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Tactile Dysgeusia: A New Clinical Observation of Middle Ear and Skull Base Surgery


  • D.B. was supported by a fellowship grant from Switzerland (Stiefel Zangger Stiftung I).


Objective: To describe a new clinical observation of “tactile dysgeusia,” a phenomenon associated with otologic and skull base surgery likely caused by injury to the chorda tympani nerve (CTN) or the nervus intermedius (NI) with subsequent aberrant cross-innervation with somatosensory fibers in the surgical field.

Study Design: Descriptive case series.

Setting: Tertiary university referral center.

Method: Eight patients described a sensation of touch-evoked dysgeusia after surgery. Seven patients underwent a variety of middle ear procedures including stapedotomies and mastoidectomies. One patient had a large cerebellopontine angle meningioma excised through a translabyrinthine approach. There were no preoperatively sensory symptoms of any kind.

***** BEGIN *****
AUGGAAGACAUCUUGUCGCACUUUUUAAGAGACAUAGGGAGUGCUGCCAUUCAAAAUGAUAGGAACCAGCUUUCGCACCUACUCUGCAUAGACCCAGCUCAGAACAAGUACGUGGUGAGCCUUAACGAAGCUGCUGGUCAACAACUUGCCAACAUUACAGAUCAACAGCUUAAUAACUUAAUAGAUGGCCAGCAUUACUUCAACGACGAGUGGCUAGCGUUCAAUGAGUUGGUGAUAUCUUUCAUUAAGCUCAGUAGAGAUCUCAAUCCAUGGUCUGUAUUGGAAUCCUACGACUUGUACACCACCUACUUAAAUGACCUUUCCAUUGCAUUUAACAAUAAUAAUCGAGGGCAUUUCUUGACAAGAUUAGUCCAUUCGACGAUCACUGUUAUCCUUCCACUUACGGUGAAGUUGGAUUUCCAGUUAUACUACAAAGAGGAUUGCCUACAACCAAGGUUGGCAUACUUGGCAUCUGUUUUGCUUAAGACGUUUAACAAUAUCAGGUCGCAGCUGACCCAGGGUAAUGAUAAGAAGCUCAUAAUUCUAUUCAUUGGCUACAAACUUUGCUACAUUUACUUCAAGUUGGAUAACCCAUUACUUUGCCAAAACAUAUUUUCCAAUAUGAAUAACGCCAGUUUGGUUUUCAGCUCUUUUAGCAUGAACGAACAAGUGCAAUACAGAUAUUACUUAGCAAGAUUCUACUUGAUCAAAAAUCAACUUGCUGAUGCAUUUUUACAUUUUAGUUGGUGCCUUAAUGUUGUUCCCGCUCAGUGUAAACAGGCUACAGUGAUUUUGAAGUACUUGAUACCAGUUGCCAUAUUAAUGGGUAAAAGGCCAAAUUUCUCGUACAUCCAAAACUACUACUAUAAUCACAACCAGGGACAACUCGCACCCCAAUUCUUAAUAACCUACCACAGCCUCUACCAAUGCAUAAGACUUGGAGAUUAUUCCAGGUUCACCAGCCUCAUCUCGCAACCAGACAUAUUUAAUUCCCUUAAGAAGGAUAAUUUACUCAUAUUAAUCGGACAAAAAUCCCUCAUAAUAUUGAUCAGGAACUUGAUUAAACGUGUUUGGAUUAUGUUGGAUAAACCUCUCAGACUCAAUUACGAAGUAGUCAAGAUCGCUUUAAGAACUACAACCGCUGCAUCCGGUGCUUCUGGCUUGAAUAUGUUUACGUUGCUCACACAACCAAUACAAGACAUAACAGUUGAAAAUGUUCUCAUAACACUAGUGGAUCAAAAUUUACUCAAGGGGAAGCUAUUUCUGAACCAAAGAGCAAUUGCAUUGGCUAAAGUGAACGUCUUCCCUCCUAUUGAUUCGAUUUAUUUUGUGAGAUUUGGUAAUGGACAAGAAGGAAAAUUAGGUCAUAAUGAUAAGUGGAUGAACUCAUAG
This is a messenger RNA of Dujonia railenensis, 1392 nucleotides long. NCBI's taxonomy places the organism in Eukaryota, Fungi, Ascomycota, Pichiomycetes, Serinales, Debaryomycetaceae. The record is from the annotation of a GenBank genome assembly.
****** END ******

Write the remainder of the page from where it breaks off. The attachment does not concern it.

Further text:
Results: In five of seven patients who had an otologic procedure, the CTN nerve was transected, whereas in the remaining two, the nerve was preserved but stretched. In the meningioma patient, the facial nerve was preserved without clear identification of the NI; the facial nerve function was normal postoperatively.

All of the otologic patients experienced symptoms of dysgeusia and sensory alteration triggered by touching various parts of the outer ear. One also has a secondary trigger in the V2 dermatome. In the meningioma patient, taste and sensory alteration was induced by stimulating the ipsilateral V2 and V3 dermatome. In all patients, the symptom was located in the lateral aspect of the ipsilateral hemitongue.

Conclusion: Tactile dysgeusia is an unusual complication after otologic and neurotologic procedures. It is likely related to aberrant re-innervation of the special sensory fibers within the CTN nerve or the NI with somatosensory fibers. Postoperative “tactile dysgeusia” may not be so rare; its true incidence could only be ascertained through a more rigorous postoperative assessment.